Network and IP address calculator

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IP/Netmask: (input format examples: or

Usable addresses:
Mask: =
Mask as hex:
First usable:
Last usable:

Converters for Network and IP address

Subnet netmask dotted decimal to CIDR notation (bits format)

result: /

Class C subnet calculator

number of subnets to create:


mask: / dotted dec. mask:
amount of usable host addresses per subnet:
addresses in each subnet:

Number of required addresses to netmask

number of host addresses needed:


mask: / dotted dec. mask:
usable amount of addresses:

Dotted decimal IP-address or mask to binary and hex



Hex IP-address or mask to dotted decimal


dotted decimal:

IP-address bit-complement (inverted IP) calculator


Network Mask to amount of usable addresses

Mask: /


Usable amount of addr: Total number of addr:
Netmaks in dotted decimal format:

Number converter: decimal => bin, hex




Number converter: binary => dec, hex




Number converter: Hex => dec, bin




IP Multicast addresses (

All multicast addresses can easily be recognized because they start with the bit pattern "1110". - Link-local scope multicast address - Globally-scoped (Internet-wide) multicast addresses - Local multicast addresses
Well known multicast addresses are listed at

Multicast addresses use a destination Mac-address in the range from
01:00:5E:00:00:00 to 01:00:5E:7F:FF:FF
The IP address maps directly to a Mac address. The lower 23 Bits of the multicast IPv4 Address are added to the lower 23 Bits of the Mac address. Example: would be send to the Mac address 01:00:5E:00:00:D2.
Ethernet frames with a value of 1 in the least-significant bit of the first octet of the destination address (logical AND with 01:00:00:00:00:00) are sent to all ports on the same switch unless the switch is VLAN aware and there is a VLAN tag between ethernet and IP layer. In other words the Ethernet address and the VLAN tag define together to which ports a packets is sent.

Special and private address ranges

Private address ranges are not routed on the Internet and can be freely allocated in any private network. NAT (network address translation) is required when connecting such a network to the Internet.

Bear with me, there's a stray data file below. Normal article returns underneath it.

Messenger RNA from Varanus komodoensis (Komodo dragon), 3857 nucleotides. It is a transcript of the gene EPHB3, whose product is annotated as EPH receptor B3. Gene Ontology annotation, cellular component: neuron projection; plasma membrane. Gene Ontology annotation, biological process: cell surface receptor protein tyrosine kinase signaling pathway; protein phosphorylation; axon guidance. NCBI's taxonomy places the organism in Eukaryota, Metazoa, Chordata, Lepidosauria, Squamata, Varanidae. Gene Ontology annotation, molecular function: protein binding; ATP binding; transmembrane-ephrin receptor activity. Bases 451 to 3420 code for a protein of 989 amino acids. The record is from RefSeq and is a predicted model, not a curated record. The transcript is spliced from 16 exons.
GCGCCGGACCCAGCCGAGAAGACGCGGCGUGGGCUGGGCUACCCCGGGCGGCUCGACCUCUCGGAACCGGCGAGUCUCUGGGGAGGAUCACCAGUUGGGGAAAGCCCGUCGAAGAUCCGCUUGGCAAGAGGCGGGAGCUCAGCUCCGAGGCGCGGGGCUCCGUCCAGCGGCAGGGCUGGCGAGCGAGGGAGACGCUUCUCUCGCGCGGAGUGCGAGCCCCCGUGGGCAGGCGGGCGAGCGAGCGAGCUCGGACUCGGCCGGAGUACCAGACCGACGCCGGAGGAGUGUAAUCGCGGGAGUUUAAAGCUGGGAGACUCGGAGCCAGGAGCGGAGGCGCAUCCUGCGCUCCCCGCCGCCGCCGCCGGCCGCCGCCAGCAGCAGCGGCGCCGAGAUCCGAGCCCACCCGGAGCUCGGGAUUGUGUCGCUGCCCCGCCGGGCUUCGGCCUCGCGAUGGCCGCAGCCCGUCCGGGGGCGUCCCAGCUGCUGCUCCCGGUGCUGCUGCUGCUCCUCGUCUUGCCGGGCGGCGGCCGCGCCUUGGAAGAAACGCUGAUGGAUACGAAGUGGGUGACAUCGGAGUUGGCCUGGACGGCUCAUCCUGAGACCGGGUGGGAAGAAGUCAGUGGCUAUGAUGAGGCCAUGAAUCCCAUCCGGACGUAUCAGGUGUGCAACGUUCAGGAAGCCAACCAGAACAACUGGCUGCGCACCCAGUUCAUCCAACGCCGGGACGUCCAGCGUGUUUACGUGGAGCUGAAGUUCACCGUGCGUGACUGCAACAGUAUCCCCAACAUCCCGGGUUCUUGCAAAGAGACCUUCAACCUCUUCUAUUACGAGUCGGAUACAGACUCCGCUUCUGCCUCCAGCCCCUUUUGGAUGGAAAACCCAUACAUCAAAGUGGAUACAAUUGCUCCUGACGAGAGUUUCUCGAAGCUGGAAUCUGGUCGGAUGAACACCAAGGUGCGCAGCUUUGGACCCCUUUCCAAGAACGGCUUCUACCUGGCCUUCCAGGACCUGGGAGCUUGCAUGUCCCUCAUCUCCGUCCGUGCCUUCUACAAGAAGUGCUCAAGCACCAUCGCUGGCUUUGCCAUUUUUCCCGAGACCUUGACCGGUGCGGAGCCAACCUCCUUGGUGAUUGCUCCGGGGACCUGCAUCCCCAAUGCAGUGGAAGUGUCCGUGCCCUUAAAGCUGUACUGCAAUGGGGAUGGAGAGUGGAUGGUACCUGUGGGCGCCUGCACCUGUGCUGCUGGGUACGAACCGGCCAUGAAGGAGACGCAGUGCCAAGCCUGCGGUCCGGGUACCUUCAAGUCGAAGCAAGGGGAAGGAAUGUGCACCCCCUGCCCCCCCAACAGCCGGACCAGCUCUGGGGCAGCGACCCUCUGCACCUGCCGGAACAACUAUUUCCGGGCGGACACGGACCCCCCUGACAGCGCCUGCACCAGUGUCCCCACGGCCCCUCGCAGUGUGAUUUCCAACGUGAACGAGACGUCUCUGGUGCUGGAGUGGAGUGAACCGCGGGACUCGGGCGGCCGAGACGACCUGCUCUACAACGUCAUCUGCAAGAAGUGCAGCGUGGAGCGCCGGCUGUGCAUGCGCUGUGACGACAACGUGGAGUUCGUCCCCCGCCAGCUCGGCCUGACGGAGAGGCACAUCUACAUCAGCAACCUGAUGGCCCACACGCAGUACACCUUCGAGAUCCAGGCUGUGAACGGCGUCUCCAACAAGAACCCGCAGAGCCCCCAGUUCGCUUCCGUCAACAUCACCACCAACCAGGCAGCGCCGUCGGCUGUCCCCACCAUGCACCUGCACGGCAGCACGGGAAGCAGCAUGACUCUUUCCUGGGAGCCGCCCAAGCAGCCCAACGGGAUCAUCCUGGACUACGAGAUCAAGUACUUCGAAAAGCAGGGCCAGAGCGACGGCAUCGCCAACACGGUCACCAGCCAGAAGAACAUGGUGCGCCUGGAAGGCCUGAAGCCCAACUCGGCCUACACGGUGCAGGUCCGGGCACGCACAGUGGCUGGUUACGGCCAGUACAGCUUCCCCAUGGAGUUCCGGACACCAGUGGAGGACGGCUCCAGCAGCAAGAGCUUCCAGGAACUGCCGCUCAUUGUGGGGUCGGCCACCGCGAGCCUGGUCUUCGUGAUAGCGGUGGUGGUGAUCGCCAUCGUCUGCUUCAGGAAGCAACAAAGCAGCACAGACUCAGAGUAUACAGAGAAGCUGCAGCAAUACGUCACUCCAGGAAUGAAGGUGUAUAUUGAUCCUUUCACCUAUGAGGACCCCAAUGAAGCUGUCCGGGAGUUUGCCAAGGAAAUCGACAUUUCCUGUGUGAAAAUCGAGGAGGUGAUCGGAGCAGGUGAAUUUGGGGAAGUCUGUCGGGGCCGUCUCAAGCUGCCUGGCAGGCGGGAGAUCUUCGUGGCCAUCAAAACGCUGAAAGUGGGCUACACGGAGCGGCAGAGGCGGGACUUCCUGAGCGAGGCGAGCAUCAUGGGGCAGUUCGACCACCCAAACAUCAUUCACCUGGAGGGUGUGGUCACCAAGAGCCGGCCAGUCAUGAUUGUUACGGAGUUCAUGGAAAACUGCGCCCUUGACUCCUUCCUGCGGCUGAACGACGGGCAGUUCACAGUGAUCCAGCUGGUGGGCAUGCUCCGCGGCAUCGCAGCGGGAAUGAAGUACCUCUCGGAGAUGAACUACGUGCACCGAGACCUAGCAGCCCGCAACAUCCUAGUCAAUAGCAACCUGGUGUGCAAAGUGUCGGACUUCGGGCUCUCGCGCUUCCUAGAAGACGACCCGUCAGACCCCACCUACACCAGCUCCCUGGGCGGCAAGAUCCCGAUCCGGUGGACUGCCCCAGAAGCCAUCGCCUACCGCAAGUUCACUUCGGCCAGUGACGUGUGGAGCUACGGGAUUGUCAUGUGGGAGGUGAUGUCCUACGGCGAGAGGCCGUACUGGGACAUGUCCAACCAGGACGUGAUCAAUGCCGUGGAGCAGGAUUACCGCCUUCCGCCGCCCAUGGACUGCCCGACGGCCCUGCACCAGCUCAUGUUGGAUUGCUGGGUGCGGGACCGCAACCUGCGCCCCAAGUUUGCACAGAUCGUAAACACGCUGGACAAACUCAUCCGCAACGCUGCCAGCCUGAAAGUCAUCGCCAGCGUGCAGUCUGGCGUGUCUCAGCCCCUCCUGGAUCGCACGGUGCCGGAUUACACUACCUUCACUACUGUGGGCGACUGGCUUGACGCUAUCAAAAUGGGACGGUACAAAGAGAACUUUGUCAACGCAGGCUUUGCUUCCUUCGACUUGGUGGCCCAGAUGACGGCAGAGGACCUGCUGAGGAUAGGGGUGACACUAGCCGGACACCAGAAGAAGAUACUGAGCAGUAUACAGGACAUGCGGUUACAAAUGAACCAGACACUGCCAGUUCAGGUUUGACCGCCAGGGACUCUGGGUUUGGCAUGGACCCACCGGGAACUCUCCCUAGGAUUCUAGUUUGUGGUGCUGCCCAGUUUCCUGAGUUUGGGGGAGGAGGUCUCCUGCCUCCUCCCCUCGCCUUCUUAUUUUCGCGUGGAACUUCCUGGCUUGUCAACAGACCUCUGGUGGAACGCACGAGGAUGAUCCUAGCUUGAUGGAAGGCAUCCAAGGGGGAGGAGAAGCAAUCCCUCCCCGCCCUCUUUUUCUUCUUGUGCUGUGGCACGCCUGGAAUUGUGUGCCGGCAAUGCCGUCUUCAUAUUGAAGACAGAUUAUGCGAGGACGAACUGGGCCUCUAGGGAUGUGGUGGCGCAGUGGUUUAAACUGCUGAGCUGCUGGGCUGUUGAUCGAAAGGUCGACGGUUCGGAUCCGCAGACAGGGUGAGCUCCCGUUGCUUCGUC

Private network addresses (RFC1597/RFC1918 addresses): - A 24-bit block, /8, class A network - A 20-bit block, /12, set of 16 contiguous class B network numbers - A 16-bit block, /16, set of 255 contiguous class C network numbers

Special addresses: - Special address range for the localhost. You can normally not use those addresses for anything else. is generally assigned to the loopback device Special host address commonly reserved for the default route

Overview of common subnets and masks

Mask Hosts  Usable Netmask          Hex Mask
/30  4      2  fffffffc  this is 1/64 of a Class C net
/29  8      6  fffffff8  this is 1/32 of a Class C net
/28  16     14  fffffff0  this is 1/16 of a Class C net
/27  32     30  ffffffe0  this is 1/8 of a Class C net
/26  64     62  ffffffc0  this is 1/4 of a Class C net
/24  256    254    ffffff00  this is a Class C net
/23  512    510    fffffe00  these are 2 Class C net
/22  1024   1022    fffffc00  these are 4 Class C net
/21  2048   2046    fffff800  these are 8 Class C net
/20  4096   4094    fffff000  these are 16 Class C net
/19  8192   8190    ffffe000  these are 32 Class C net
/18  16384  16382    ffffc000  these are 64 Class C net
/17  32768  32766    ffff8000  these are 128 Class C net
/16  65536  65534      ffff0000  these are 256 Class C net = Class B net

© Guido Socher, version 2016-01-23
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